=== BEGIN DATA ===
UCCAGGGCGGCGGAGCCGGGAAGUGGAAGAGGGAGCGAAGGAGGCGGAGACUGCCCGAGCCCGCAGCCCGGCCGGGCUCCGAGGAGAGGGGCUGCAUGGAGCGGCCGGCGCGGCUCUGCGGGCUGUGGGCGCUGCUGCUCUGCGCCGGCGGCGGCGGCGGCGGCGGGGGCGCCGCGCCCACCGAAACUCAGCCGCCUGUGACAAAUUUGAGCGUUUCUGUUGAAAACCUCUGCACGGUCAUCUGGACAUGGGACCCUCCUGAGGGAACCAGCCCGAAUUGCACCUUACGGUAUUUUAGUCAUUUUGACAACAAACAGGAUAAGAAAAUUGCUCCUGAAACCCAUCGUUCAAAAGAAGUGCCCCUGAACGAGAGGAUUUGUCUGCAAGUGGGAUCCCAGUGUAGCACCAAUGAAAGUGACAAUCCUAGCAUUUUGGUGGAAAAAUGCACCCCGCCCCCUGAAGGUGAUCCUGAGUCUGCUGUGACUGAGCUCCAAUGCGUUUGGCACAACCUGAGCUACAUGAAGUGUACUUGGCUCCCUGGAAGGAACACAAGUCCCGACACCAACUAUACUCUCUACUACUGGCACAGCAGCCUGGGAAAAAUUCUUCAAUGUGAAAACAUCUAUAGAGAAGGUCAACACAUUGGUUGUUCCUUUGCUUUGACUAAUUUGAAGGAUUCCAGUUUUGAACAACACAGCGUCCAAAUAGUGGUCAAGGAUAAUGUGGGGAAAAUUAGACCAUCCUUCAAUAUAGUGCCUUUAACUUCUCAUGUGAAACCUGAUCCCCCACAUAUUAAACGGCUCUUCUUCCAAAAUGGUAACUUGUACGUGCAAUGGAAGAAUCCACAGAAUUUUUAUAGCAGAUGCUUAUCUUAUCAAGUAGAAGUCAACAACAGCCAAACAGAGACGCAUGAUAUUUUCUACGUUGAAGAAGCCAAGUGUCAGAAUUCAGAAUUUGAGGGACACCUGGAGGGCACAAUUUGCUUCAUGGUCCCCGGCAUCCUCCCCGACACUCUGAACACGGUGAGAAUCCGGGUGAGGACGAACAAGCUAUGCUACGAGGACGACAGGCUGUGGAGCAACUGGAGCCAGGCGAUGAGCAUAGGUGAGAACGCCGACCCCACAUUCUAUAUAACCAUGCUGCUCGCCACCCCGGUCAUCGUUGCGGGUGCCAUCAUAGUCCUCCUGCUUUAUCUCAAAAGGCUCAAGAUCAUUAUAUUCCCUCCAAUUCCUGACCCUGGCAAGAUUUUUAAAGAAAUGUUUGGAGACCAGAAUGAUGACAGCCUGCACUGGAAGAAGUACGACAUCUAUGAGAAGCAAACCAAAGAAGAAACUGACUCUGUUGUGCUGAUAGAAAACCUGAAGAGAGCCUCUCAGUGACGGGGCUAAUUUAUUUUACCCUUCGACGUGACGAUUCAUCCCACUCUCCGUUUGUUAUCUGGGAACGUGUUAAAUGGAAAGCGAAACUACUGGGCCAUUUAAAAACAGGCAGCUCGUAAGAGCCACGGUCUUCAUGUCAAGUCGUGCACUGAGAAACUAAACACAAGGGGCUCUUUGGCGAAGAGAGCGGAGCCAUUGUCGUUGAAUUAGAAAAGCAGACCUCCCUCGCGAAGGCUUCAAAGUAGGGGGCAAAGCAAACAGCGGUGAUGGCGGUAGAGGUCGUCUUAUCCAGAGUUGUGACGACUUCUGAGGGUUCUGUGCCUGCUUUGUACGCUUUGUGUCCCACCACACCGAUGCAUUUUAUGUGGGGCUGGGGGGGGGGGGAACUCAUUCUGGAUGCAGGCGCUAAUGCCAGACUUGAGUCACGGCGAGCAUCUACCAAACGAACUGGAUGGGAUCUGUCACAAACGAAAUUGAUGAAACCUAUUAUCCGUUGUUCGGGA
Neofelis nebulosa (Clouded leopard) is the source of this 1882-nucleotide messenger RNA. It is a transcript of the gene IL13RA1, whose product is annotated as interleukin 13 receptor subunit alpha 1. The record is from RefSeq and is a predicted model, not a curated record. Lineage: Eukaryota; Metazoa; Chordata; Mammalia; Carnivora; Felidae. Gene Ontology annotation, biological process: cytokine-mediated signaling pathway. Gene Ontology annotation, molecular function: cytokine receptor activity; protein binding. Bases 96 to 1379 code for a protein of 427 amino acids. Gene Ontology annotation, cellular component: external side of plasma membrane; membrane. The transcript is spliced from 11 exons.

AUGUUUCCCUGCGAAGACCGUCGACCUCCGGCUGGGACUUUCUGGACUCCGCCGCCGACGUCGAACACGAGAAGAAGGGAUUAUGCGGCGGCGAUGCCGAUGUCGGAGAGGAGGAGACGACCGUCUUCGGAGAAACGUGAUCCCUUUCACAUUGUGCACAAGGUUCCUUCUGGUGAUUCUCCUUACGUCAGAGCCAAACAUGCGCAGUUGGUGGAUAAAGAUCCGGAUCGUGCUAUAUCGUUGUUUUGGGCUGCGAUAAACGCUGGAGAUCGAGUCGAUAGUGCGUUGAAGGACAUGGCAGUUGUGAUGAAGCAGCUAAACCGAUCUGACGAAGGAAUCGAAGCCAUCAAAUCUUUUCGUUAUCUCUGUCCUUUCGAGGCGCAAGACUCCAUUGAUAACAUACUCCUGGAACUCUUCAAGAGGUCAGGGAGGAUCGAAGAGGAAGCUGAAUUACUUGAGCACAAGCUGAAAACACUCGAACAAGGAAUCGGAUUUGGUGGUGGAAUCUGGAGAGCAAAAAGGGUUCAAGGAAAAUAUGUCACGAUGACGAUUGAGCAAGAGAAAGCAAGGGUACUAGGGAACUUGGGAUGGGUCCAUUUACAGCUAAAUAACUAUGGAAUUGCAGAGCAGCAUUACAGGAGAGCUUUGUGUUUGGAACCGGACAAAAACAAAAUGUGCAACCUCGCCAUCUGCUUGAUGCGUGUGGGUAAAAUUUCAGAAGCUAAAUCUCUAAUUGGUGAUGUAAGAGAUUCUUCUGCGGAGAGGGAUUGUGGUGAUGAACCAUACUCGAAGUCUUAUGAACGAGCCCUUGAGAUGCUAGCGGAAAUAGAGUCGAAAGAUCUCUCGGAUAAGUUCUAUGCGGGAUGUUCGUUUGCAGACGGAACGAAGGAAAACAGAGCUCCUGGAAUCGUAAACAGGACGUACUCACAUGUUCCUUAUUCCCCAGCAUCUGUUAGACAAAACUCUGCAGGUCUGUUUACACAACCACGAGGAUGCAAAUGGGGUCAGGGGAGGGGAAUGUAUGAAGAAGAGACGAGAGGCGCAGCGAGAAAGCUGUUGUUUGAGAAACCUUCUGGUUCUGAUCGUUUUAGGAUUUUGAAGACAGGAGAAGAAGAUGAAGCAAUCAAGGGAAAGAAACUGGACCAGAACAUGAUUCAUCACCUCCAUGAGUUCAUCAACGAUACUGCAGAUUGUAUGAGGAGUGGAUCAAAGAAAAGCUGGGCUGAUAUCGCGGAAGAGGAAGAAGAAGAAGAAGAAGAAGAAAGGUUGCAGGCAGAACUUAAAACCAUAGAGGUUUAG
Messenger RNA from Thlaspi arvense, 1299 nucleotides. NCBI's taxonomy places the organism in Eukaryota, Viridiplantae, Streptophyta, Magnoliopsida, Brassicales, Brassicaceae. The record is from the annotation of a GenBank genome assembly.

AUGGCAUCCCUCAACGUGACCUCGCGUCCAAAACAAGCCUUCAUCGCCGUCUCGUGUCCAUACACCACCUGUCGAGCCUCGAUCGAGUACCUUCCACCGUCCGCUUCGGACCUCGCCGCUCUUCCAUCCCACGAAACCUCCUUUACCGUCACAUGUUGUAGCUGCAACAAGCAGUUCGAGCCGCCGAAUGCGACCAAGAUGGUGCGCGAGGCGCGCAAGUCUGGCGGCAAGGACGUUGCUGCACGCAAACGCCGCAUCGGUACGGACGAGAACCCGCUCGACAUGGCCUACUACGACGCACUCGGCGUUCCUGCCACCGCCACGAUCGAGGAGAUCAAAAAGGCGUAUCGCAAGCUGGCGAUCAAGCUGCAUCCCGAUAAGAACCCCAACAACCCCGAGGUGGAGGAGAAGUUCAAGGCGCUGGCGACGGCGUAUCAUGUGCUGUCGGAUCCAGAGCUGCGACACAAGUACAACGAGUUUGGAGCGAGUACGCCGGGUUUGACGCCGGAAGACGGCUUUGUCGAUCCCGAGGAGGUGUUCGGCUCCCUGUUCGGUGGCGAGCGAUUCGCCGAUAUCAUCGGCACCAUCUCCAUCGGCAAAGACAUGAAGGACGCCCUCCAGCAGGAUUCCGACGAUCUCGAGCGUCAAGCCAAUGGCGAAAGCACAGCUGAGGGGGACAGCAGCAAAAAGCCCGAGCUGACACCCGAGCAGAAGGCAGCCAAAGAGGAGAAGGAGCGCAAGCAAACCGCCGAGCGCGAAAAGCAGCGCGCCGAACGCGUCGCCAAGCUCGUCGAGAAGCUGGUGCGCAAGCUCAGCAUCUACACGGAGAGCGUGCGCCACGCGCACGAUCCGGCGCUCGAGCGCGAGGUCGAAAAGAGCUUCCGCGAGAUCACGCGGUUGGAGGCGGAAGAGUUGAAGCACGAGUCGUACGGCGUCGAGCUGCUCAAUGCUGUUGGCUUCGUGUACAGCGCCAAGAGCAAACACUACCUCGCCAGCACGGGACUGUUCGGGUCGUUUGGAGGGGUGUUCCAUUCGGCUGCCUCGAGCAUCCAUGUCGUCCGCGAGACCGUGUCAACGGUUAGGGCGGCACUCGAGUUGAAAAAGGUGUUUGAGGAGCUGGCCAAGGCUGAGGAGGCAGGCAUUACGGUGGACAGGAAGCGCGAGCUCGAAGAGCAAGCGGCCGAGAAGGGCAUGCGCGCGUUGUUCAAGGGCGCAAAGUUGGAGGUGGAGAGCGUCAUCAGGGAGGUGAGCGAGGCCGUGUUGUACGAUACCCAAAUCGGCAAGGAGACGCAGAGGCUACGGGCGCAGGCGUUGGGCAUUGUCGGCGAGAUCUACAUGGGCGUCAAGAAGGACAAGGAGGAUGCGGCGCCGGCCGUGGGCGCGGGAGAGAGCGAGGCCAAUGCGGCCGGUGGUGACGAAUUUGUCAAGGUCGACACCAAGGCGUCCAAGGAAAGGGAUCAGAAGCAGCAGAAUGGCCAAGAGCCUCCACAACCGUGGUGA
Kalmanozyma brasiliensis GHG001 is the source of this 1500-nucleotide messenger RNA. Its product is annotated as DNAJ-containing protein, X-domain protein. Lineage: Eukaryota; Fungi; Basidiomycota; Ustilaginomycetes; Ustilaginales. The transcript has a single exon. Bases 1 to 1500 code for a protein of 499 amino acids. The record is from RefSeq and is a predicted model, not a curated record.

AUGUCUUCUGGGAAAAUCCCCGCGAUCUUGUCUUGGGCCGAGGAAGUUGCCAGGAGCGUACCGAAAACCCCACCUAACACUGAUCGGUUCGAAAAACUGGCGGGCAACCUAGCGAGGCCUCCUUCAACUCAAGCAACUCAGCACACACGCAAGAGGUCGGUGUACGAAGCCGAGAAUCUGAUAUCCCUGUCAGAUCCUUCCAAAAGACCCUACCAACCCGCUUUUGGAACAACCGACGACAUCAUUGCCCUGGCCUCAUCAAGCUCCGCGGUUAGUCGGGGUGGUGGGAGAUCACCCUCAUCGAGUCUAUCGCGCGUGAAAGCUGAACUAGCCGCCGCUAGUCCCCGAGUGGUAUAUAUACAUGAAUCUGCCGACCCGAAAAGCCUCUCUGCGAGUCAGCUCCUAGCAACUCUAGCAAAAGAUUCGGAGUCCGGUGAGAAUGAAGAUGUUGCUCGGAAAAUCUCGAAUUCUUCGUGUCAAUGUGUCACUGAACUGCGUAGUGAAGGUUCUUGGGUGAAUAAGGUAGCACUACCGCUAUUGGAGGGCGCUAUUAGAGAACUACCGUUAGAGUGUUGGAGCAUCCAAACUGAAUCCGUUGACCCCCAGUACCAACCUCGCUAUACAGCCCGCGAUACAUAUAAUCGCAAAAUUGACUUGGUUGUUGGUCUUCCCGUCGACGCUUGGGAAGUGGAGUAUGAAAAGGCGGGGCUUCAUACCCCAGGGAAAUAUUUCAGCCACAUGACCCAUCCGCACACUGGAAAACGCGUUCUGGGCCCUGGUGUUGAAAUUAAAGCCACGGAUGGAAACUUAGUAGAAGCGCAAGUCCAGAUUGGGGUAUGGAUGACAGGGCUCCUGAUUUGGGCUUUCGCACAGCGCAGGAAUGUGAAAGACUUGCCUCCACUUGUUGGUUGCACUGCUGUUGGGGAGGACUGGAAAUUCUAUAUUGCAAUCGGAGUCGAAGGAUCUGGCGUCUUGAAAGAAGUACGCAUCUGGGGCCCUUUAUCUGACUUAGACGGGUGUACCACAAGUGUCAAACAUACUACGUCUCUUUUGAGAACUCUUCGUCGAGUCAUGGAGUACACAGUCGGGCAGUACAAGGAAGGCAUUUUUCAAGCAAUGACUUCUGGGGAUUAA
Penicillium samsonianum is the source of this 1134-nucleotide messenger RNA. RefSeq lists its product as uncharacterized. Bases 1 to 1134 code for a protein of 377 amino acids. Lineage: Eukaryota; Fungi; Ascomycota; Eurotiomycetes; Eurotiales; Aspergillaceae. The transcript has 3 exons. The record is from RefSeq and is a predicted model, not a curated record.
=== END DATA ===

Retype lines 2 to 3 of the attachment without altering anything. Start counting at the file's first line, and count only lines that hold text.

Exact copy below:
Neofelis nebulosa (Clouded leopard) is the source of this 1882-nucleotide messenger RNA. It is a transcript of the gene IL13RA1, whose product is annotated as interleukin 13 receptor subunit alpha 1. The record is from RefSeq and is a predicted model, not a curated record. Lineage: Eukaryota; Metazoa; Chordata; Mammalia; Carnivora; Felidae. Gene Ontology annotation, biological process: cytokine-mediated signaling pathway. Gene Ontology annotation, molecular function: cytokine receptor activity; protein binding. Bases 96 to 1379 code for a protein of 427 amino acids. Gene Ontology annotation, cellular component: external side of plasma membrane; membrane. The transcript is spliced from 11 exons.

AUGUUUCCCUGCGAAGACCGUCGACCUCCGGCUGGGACUUUCUGGACUCCGCCGCCGACGUCGAACACGAGAAGAAGGGAUUAUGCGGCGGCGAUGCCGAUGUCGGAGAGGAGGAGACGACCGUCUUCGGAGAAACGUGAUCCCUUUCACAUUGUGCACAAGGUUCCUUCUGGUGAUUCUCCUUACGUCAGAGCCAAACAUGCGCAGUUGGUGGAUAAAGAUCCGGAUCGUGCUAUAUCGUUGUUUUGGGCUGCGAUAAACGCUGGAGAUCGAGUCGAUAGUGCGUUGAAGGACAUGGCAGUUGUGAUGAAGCAGCUAAACCGAUCUGACGAAGGAAUCGAAGCCAUCAAAUCUUUUCGUUAUCUCUGUCCUUUCGAGGCGCAAGACUCCAUUGAUAACAUACUCCUGGAACUCUUCAAGAGGUCAGGGAGGAUCGAAGAGGAAGCUGAAUUACUUGAGCACAAGCUGAAAACACUCGAACAAGGAAUCGGAUUUGGUGGUGGAAUCUGGAGAGCAAAAAGGGUUCAAGGAAAAUAUGUCACGAUGACGAUUGAGCAAGAGAAAGCAAGGGUACUAGGGAACUUGGGAUGGGUCCAUUUACAGCUAAAUAACUAUGGAAUUGCAGAGCAGCAUUACAGGAGAGCUUUGUGUUUGGAACCGGACAAAAACAAAAUGUGCAACCUCGCCAUCUGCUUGAUGCGUGUGGGUAAAAUUUCAGAAGCUAAAUCUCUAAUUGGUGAUGUAAGAGAUUCUUCUGCGGAGAGGGAUUGUGGUGAUGAACCAUACUCGAAGUCUUAUGAACGAGCCCUUGAGAUGCUAGCGGAAAUAGAGUCGAAAGAUCUCUCGGAUAAGUUCUAUGCGGGAUGUUCGUUUGCAGACGGAACGAAGGAAAACAGAGCUCCUGGAAUCGUAAACAGGACGUACUCACAUGUUCCUUAUUCCCCAGCAUCUGUUAGACAAAACUCUGCAGGUCUGUUUACACAACCACGAGGAUGCAAAUGGGGUCAGGGGAGGGGAAUGUAUGAAGAAGAGACGAGAGGCGCAGCGAGAAAGCUGUUGUUUGAGAAACCUUCUGGUUCUGAUCGUUUUAGGAUUUUGAAGACAGGAGAAGAAGAUGAAGCAAUCAAGGGAAAGAAACUGGACCAGAACAUGAUUCAUCACCUCCAUGAGUUCAUCAACGAUACUGCAGAUUGUAUGAGGAGUGGAUCAAAGAAAAGCUGGGCUGAUAUCGCGGAAGAGGAAGAAGAAGAAGAAGAAGAAGAAAGGUUGCAGGCAGAACUUAAAACCAUAGAGGUUUAG